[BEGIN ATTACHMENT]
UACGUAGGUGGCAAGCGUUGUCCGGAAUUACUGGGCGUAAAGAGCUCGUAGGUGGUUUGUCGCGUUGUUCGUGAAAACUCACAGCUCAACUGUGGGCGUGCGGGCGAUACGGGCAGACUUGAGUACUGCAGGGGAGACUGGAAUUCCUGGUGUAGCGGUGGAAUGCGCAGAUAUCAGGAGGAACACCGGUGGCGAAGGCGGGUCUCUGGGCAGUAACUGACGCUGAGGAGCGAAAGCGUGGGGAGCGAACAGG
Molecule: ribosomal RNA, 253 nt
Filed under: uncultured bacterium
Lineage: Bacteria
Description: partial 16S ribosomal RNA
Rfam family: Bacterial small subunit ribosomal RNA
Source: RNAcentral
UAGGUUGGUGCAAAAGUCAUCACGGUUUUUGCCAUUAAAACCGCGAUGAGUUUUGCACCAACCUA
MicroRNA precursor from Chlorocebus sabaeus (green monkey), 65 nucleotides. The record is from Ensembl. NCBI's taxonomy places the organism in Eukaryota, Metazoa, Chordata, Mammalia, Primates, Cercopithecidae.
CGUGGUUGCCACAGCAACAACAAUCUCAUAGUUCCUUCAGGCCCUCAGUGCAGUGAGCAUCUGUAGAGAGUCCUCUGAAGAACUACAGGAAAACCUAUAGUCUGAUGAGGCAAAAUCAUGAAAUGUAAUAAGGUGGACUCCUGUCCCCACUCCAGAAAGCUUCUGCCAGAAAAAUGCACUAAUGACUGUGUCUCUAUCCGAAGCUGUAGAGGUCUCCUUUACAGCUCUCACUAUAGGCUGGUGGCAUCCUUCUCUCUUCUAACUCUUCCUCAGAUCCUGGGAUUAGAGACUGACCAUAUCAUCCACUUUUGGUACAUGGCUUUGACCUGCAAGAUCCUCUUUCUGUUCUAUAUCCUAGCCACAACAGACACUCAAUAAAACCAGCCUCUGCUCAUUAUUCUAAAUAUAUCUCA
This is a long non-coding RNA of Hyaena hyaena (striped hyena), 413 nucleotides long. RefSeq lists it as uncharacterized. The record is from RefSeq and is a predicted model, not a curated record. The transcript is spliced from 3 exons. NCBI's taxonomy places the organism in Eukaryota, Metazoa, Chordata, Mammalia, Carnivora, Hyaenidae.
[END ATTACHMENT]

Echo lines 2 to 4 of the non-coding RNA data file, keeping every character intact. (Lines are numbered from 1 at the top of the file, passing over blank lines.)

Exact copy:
Molecule: ribosomal RNA, 253 nt
Filed under: uncultured bacterium
Lineage: Bacteria